Group photo outside the walls of the Transfiguration of the Saviour male monastery (Spaso-Preobrazhenskiy Valaamskiy monastyr).

   6. Valaam (sketes)Photographs from the hiking tour of the sketes in Valaam.

This 14th century monastery and isolated religious island, provided students with a unique window into a Russian Orthodox faith removed from the hustle and bustle of city life. While touring the Transfiguration of the Saviour male monastery, we had the opportunity to listen to four members of the choir sing a number of religious hymns in the church.

Katherine Landau(Georgetown University ’17) reflected on the trip to Valaam:

“After having spent the day walking through the island and the sketes (small monastic communities allowing for relative reclusion), I spent nearly an hour and a half on the stern of the boat. I was trying to imagine why they chose this place to be their holy islands. And after standing there, looking around at the island and Lake Ladoga, and listening to the way the wind blew through the leaves, I just kind of understood

  9. Valaam

Near the end of the light hike touring the monastic communities on the island of Valaam, we tasted tea and milk made from scratch by the monastery.


Crime and Punishment

Whether walking home from classes or strolling through the city, you’ll inevitably encounter the homes and old haunts of some of Russia’s greatest writers, composers, and artists, and walk along the same streets and see the same sights which inspired their masterpieces. On one luckily rainless Wednesday afternoon, students followed the very paths of the characters from Dostoevsky’s Crime and Punishment, a masterpiece set in the heart of St. Petersburg. Students walked past the apartment in which Dostoevsky lived while writing Crime and Punishment, and retraced Raskolnikov’s steps, literally counting the very steps he took as he spiraled into madness, leaving his apartment, axe in hand, on his way to murder the pawnbroker. In the book, he covers the distance in 739 steps. We covered it in about 780 steps.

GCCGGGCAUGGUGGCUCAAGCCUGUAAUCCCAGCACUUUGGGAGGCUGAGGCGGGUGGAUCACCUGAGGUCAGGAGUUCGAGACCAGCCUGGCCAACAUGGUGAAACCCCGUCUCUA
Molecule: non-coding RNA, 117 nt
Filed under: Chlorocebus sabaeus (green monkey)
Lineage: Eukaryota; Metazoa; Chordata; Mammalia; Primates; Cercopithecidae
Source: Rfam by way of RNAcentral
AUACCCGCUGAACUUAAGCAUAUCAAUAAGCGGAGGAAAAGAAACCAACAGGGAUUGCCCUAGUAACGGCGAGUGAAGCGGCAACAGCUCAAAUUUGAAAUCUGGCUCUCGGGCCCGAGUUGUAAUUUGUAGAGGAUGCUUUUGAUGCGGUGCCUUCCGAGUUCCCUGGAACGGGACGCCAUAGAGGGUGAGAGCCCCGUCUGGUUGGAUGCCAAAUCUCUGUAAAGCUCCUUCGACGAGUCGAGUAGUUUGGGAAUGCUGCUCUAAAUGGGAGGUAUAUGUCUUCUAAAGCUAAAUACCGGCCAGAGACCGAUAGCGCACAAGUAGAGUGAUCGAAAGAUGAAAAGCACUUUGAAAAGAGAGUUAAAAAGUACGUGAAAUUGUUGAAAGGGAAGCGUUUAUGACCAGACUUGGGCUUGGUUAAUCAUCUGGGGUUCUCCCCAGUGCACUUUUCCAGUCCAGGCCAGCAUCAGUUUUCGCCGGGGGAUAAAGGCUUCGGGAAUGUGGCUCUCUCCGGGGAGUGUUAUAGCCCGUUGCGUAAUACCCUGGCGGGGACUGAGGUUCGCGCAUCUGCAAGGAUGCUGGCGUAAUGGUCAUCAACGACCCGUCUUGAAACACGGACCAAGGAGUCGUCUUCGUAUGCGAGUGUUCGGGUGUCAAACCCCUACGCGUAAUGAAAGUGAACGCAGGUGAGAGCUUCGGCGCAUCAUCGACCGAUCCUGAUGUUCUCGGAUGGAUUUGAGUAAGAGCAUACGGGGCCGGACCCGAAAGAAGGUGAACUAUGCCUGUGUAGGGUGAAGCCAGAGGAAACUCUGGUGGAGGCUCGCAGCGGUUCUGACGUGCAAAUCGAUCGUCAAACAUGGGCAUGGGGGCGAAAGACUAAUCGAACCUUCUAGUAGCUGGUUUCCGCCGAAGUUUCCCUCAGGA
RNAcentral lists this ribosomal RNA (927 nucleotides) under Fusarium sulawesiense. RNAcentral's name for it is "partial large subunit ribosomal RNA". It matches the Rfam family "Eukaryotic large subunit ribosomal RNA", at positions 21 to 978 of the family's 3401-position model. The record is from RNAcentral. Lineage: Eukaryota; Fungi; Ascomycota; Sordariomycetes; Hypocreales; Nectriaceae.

Libby Bistline (Portland State University ‘14):

“After reading the book so many times, I always admired how much thought and detail Dostoevsky put into the detail of the city, almost as if the city itself is a character. It gives you a window into how St. Petersburg was at that time, and walking through the city, following Dostoevsky’s descriptions and characters footsteps, gave a great cultural perspective into how the city is now compared to how it was."

10. Crime and Punishment

RASP students, Libby Bistline (Portland State University) and Danielle Olson (Mercyhurst University ’15) during the Crime and Punishment walking tour.


Board Games, Trivia Nights, and Beach Volleyball!

What could make a summer more complete, than evenings full of board games like Alias or Krokodil (a Russian version of charades), trivia nights at a local pub, and indoor beach volleyball? The trivia nights are full of tricky questions on Russian and American history and culture, ranging from naming the date the first Russian State Duma was established to naming what is depicted on the back of a $20 bill.

Paulo Seabra (Rutgers University ‘16)

“Looking back, Game Night was one of the best events of the semester. Not only was it a great way to chill with everyone, but it was the perfect event to meet Russians and build connections. The language barrier was definitely present, but made it a lot more fun interacting with each other. Having to put on tapochki (slippers) at the door, the loads of games and free tea, along with the even better company made it very memorable."

 11. Game Night

Pictures from the first Board Game Night!